Dh is the main breadwinner, he would be earning $70k. I work part time and currently bring home about $16k year, but I imagine that would increase a little bit once I get work there, so we would be looking at bringing home $85-90k a year. We do have a 3 yo dd who goes to day care while I work. I've already checked on day care costs for her in DC, since she goes to Kindercare and they're a chain it was easy enough. Her day care costs will double, but still only $220 week, so that wasn't much of a suprise. I have looked at rental houses in the burbs, and the ones (with pics, so I can compare) similar to ours in condition and amenities are running between $2-3k month. Our current mortgage is $2300, so it might be an increase there, but not a huge increase. I think it looks do-able to me, but now everyone is panicking me and I'm wondering what I might be neglecting to factor in.

I also neglected to mention that dh's father is very generous and has consistantly gifted us at least $10k a year, so that would put us right at $100k. Also, the prospective employer has a generous bonus program, typically adding 10% of your annual salary. While I know bonuses are not guaranteed, this would put us over the $100k threshold.
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Old 08-21-2007, 03:38 PM
 
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Have you thought about renting a 2/3 bedroom apartment or townhouse? Those are available around silver spring/rockville for less than $2000. Metro accessable to DC. Its more than doable. $100000 would be a big stretch in DC. In the suburbs, no problem. Don't panic.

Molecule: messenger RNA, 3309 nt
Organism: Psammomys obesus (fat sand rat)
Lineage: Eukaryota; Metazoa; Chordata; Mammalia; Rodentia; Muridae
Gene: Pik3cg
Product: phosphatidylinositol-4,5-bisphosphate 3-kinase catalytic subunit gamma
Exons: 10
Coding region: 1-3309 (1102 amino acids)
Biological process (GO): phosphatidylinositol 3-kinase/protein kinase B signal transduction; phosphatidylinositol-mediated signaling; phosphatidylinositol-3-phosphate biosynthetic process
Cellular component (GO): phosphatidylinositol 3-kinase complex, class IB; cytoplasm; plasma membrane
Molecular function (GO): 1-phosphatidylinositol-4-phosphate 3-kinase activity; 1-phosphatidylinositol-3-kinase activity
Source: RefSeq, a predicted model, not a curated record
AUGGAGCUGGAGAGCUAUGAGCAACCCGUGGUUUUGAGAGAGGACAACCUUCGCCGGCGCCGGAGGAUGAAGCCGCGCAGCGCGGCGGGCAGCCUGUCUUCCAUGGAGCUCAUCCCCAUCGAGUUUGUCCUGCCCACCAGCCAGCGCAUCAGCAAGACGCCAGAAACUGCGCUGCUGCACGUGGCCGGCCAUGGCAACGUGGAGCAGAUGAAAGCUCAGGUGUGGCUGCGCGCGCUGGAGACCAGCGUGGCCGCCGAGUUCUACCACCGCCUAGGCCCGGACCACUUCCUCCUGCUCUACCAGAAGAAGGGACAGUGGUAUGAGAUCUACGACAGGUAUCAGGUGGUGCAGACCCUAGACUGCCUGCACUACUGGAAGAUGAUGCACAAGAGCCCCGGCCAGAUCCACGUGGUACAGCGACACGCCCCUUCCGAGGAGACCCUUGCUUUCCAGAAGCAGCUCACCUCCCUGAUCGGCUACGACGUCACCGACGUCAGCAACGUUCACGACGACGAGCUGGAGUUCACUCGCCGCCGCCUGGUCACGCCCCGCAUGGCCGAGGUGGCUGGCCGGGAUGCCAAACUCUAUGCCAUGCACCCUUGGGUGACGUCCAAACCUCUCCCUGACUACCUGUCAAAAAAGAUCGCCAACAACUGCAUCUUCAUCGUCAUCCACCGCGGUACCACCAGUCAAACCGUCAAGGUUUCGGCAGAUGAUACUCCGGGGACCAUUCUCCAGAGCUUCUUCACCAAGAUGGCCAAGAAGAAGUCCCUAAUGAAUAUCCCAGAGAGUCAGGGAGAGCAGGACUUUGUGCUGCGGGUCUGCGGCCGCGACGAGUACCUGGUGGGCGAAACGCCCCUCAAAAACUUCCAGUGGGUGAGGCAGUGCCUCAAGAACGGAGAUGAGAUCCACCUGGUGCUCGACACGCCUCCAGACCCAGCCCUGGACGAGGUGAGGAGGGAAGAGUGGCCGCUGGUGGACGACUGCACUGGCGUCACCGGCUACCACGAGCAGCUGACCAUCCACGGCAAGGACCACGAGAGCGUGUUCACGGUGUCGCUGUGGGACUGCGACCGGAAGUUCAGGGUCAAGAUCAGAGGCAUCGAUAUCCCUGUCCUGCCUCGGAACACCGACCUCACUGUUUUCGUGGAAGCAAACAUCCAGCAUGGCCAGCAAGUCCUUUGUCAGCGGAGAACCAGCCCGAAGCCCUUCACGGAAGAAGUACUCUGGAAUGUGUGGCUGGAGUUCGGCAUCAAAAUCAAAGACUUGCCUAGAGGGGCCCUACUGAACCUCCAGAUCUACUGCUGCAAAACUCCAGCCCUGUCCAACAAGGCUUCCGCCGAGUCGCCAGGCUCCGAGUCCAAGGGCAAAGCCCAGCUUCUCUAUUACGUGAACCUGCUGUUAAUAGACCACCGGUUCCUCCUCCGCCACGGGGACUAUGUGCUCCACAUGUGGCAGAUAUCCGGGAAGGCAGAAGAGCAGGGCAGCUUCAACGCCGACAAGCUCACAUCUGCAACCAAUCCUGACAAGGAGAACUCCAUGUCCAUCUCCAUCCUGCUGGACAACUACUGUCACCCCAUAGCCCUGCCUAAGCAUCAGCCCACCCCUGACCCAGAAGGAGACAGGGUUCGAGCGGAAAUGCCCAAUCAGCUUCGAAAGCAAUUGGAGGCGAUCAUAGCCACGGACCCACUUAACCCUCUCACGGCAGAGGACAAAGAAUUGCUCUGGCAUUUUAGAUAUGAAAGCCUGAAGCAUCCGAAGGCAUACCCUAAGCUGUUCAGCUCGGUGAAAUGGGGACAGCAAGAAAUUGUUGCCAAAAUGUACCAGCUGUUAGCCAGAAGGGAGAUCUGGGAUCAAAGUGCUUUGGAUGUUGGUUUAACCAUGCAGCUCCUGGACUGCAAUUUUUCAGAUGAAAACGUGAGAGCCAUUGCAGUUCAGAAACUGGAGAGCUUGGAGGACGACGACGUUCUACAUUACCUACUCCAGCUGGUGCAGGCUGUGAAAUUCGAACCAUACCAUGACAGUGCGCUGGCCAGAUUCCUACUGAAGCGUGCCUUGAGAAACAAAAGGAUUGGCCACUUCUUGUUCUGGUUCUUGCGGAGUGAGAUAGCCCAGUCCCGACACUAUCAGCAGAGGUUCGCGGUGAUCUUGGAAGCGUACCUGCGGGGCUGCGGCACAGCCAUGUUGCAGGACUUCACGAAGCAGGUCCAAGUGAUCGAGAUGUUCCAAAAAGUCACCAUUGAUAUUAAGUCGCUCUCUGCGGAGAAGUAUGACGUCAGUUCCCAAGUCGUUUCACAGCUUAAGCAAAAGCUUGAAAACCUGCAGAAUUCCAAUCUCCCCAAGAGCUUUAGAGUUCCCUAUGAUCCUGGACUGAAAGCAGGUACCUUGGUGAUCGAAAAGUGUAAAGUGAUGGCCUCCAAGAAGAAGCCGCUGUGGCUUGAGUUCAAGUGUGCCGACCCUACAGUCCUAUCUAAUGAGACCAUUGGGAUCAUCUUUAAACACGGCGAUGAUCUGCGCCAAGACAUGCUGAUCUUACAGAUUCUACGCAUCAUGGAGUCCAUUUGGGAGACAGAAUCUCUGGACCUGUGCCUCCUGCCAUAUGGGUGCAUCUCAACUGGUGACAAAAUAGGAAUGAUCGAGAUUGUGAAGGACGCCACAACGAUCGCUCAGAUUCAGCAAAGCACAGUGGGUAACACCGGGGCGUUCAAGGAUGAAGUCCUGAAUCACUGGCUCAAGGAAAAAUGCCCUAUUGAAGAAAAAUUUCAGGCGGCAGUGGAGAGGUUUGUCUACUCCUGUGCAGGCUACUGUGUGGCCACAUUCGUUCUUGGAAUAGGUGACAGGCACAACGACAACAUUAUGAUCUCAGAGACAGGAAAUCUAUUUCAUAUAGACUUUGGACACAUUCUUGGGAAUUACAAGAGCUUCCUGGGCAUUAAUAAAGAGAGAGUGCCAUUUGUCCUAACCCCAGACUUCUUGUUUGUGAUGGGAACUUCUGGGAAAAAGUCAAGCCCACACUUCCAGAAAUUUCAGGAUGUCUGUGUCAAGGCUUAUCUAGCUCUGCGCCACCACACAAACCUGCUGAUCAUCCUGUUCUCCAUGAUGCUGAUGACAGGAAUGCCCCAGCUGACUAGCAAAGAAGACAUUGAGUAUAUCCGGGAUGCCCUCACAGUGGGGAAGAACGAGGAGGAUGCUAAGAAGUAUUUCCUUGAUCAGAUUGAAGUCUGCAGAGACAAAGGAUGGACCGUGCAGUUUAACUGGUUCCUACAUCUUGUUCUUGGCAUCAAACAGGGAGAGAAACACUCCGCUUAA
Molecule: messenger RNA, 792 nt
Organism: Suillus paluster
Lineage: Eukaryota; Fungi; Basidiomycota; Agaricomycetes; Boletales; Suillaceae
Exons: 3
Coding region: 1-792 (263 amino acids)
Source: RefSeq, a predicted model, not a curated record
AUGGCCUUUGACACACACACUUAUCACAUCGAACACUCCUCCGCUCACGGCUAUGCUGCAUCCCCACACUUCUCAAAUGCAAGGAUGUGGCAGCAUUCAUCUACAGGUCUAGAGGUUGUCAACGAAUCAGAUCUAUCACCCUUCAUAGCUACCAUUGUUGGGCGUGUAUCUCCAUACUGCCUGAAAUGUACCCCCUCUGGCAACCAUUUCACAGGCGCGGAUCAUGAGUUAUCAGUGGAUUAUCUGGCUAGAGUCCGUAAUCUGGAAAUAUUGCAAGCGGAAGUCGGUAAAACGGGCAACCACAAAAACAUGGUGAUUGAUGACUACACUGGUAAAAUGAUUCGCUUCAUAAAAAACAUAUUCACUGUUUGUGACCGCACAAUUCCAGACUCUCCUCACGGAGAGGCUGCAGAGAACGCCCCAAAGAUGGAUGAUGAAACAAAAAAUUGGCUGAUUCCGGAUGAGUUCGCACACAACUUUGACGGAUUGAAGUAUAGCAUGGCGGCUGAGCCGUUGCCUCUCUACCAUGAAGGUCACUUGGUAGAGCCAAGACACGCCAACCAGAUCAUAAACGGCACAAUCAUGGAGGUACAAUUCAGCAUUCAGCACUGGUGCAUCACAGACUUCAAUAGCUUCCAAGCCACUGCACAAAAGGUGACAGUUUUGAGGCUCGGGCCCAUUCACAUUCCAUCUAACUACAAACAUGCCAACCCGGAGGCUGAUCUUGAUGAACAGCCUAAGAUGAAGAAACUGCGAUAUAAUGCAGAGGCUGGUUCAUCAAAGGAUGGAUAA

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Old 08-21-2007, 03:43 PM
 
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If you are currently itemizing deductions, keep in mind that you will lose the mortgage interest deduction when you switch to renting. But in two years, your child will be in kindergarten, eliminating the day-care expense (unless you have other children), and perhaps freeing you to work more hours. And, depending on your professional skills and where you're living now, you might find that you can earn more in this area, even sticking to part-time hours.

As I indicated before, there are MANY families living comfortably at your income level in the DC area. The notion that $100K is some sort of minimum threshhold is nonsense.
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Old 08-21-2007, 04:26 PM
 
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In 2005, the two counties that had the highest median household incomes in the nation were Loudon County and Fairfax County, two neighboring counties that comprise the bulk of Northern Virginia. Median household income is the midpoint -- half the households make more, half make less. The figures were $98,483 for Loudon, and $94,610 for Fairfax. In Prince William County, it was $76,647, and in Arlington County, it was $63,001.

At the household income levels you're talking about, you'll be no worse than average here...
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Old 08-21-2007, 10:03 PM
 
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Many thanks to all of you. I'm feeling a little bit better now, knowing that there are more than half of you who feel it's definitely do-able, provided we rent in the burbs. Now, anyone have any recommendations on safe, well-kept neighborhoods within 45-60 minutes commute from DC?